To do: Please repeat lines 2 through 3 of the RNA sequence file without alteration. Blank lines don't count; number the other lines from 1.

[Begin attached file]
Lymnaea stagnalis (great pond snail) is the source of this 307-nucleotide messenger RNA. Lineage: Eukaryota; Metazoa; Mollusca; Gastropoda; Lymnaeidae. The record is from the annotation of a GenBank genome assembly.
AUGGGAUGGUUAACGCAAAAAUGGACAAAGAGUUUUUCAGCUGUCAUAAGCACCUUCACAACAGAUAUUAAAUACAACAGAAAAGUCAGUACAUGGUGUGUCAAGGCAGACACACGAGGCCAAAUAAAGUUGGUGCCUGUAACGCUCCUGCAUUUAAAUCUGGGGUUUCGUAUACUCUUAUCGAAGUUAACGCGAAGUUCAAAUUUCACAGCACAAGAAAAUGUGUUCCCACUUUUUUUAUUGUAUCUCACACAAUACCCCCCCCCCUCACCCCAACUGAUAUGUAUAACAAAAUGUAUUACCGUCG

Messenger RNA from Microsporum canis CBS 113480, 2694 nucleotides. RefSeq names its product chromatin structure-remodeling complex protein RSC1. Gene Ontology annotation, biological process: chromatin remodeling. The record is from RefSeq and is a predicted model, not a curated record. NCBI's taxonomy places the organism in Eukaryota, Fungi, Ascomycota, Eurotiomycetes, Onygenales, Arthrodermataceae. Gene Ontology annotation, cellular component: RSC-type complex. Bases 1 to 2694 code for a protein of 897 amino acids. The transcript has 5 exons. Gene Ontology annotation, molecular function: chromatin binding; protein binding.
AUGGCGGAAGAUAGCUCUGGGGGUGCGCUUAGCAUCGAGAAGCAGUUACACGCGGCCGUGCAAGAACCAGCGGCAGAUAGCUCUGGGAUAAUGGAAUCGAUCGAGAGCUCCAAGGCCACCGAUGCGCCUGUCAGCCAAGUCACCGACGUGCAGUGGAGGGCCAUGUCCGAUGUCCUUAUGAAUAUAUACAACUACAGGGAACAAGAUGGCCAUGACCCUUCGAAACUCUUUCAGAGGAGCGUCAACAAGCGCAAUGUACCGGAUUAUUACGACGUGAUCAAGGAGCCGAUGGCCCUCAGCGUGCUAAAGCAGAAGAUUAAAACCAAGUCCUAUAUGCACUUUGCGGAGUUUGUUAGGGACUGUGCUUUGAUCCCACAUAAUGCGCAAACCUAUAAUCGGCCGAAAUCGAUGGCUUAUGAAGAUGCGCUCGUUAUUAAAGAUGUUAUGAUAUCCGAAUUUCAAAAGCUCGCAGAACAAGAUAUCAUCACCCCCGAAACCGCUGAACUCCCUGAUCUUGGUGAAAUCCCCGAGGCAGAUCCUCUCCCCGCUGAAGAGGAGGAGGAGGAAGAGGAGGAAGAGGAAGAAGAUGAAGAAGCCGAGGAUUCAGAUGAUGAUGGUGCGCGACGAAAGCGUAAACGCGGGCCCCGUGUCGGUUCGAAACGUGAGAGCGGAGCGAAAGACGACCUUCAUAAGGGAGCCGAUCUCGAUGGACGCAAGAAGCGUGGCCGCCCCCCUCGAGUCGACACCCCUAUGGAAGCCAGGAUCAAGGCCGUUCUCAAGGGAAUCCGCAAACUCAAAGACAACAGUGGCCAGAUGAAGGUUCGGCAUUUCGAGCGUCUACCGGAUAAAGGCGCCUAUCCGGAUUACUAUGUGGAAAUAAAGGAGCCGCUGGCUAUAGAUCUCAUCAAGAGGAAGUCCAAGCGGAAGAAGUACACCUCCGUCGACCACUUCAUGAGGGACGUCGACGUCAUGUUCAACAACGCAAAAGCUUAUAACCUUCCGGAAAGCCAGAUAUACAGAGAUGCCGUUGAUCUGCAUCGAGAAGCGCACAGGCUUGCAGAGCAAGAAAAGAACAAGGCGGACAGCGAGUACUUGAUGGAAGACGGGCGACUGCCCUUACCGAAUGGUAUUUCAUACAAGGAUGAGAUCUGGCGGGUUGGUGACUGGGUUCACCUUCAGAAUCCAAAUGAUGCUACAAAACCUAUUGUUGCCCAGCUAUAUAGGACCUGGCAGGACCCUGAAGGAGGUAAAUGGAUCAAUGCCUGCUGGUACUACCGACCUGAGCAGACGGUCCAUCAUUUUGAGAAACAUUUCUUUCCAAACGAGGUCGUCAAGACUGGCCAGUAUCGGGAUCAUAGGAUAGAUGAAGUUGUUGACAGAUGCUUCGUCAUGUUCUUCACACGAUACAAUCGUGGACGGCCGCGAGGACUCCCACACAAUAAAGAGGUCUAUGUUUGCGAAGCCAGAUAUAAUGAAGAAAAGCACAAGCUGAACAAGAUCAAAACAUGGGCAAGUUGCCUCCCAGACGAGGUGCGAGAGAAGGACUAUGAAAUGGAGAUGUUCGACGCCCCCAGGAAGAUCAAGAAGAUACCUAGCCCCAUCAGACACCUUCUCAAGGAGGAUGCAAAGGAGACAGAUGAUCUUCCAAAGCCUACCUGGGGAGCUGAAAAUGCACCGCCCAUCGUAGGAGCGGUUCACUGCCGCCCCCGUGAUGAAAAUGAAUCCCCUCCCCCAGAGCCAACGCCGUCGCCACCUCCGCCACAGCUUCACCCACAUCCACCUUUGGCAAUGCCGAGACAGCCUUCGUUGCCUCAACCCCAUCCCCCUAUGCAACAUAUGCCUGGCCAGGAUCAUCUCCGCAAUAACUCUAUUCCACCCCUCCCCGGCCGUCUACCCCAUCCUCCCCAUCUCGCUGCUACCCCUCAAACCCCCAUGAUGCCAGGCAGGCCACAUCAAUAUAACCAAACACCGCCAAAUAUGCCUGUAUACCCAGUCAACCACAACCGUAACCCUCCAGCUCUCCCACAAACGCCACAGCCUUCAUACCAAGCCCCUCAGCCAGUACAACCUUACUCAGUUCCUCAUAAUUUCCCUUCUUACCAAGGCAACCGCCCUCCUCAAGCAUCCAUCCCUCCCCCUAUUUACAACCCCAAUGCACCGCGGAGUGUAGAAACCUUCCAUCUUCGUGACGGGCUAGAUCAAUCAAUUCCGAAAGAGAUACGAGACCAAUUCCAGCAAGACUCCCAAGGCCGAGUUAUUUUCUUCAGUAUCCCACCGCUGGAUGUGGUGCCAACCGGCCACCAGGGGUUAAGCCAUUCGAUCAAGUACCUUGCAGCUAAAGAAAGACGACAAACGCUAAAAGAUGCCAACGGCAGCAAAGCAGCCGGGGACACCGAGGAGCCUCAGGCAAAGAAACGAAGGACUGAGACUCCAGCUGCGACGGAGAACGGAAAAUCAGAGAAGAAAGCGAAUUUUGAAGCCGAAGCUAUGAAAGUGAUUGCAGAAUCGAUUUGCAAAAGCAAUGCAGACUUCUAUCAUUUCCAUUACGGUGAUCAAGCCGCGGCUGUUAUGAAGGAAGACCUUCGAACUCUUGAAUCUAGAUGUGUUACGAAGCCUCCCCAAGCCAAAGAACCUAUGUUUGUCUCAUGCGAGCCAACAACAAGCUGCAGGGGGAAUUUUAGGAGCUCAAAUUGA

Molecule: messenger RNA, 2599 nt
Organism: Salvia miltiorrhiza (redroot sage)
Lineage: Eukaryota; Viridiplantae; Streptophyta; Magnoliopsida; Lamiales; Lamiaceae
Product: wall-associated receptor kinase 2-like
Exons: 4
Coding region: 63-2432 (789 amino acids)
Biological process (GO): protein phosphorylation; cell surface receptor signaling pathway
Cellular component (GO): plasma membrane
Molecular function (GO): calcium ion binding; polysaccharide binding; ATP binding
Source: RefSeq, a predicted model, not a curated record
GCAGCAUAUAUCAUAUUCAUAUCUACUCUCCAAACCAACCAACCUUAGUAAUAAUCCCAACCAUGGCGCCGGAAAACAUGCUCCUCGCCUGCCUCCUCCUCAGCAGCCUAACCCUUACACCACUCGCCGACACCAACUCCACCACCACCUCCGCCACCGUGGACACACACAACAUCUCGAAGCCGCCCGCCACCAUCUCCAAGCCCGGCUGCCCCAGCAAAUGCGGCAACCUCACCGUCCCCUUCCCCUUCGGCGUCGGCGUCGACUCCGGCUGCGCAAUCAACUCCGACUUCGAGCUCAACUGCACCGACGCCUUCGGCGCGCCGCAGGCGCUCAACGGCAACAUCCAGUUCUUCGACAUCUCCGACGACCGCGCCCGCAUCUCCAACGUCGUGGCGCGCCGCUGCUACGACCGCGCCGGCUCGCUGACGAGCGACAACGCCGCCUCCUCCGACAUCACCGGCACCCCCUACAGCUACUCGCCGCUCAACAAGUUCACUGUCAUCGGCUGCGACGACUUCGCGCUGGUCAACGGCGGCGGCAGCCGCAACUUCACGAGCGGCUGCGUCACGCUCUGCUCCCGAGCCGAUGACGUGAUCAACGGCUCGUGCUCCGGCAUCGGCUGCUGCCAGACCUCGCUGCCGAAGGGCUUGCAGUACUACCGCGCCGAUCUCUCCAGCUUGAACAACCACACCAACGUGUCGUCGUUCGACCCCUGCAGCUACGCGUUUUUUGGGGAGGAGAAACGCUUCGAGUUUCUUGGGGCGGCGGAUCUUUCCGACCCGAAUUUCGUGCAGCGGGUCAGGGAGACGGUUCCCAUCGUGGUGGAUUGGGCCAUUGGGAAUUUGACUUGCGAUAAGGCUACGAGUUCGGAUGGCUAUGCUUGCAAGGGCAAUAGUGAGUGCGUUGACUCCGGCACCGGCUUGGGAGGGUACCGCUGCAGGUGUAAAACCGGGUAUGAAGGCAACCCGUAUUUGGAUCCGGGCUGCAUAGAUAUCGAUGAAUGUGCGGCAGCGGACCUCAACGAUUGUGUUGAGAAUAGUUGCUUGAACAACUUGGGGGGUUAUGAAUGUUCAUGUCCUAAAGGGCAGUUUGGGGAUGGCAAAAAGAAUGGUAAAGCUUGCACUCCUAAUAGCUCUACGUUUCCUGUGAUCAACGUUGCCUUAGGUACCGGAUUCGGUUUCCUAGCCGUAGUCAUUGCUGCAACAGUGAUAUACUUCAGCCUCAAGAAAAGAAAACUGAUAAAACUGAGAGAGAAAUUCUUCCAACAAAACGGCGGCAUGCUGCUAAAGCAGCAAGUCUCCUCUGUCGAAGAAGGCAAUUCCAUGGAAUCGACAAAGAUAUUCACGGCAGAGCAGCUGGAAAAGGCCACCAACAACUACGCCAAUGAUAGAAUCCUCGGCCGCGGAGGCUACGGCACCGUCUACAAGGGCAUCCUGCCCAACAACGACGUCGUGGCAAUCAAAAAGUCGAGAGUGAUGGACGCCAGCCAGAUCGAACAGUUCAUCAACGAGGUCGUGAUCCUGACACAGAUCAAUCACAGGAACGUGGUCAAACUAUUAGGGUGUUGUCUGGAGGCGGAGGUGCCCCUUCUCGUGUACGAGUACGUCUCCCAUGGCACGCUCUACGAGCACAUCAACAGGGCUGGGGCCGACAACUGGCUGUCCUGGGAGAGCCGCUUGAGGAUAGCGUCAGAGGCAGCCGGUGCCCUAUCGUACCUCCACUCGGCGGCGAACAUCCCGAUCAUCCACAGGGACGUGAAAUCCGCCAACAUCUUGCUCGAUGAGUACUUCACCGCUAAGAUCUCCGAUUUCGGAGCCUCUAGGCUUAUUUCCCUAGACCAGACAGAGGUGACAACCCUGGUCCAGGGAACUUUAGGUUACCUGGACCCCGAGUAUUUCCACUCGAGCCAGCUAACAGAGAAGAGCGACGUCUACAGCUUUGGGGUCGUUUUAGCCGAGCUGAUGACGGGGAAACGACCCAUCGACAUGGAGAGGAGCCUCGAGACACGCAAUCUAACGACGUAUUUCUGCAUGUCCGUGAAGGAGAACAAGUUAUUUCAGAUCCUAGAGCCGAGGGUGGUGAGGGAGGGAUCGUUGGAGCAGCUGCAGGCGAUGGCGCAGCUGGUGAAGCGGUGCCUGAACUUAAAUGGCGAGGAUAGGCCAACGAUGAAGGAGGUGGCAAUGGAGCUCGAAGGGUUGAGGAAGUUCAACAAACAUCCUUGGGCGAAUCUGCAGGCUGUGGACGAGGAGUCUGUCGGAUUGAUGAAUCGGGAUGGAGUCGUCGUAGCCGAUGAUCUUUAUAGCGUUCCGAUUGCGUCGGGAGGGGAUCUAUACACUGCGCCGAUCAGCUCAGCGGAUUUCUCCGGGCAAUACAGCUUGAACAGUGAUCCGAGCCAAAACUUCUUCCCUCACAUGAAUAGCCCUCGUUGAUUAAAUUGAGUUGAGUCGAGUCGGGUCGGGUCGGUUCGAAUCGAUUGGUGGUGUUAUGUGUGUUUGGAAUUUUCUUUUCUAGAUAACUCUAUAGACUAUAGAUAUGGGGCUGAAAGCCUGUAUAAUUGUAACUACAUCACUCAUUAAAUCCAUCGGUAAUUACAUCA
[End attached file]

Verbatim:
AUGGGAUGGUUAACGCAAAAAUGGACAAAGAGUUUUUCAGCUGUCAUAAGCACCUUCACAACAGAUAUUAAAUACAACAGAAAAGUCAGUACAUGGUGUGUCAAGGCAGACACACGAGGCCAAAUAAAGUUGGUGCCUGUAACGCUCCUGCAUUUAAAUCUGGGGUUUCGUAUACUCUUAUCGAAGUUAACGCGAAGUUCAAAUUUCACAGCACAAGAAAAUGUGUUCCCACUUUUUUUAUUGUAUCUCACACAAUACCCCCCCCCCUCACCCCAACUGAUAUGUAUAACAAAAUGUAUUACCGUCG

Messenger RNA from Microsporum canis CBS 113480, 2694 nucleotides. RefSeq names its product chromatin structure-remodeling complex protein RSC1. Gene Ontology annotation, biological process: chromatin remodeling. The record is from RefSeq and is a predicted model, not a curated record. NCBI's taxonomy places the organism in Eukaryota, Fungi, Ascomycota, Eurotiomycetes, Onygenales, Arthrodermataceae. Gene Ontology annotation, cellular component: RSC-type complex. Bases 1 to 2694 code for a protein of 897 amino acids. The transcript has 5 exons. Gene Ontology annotation, molecular function: chromatin binding; protein binding.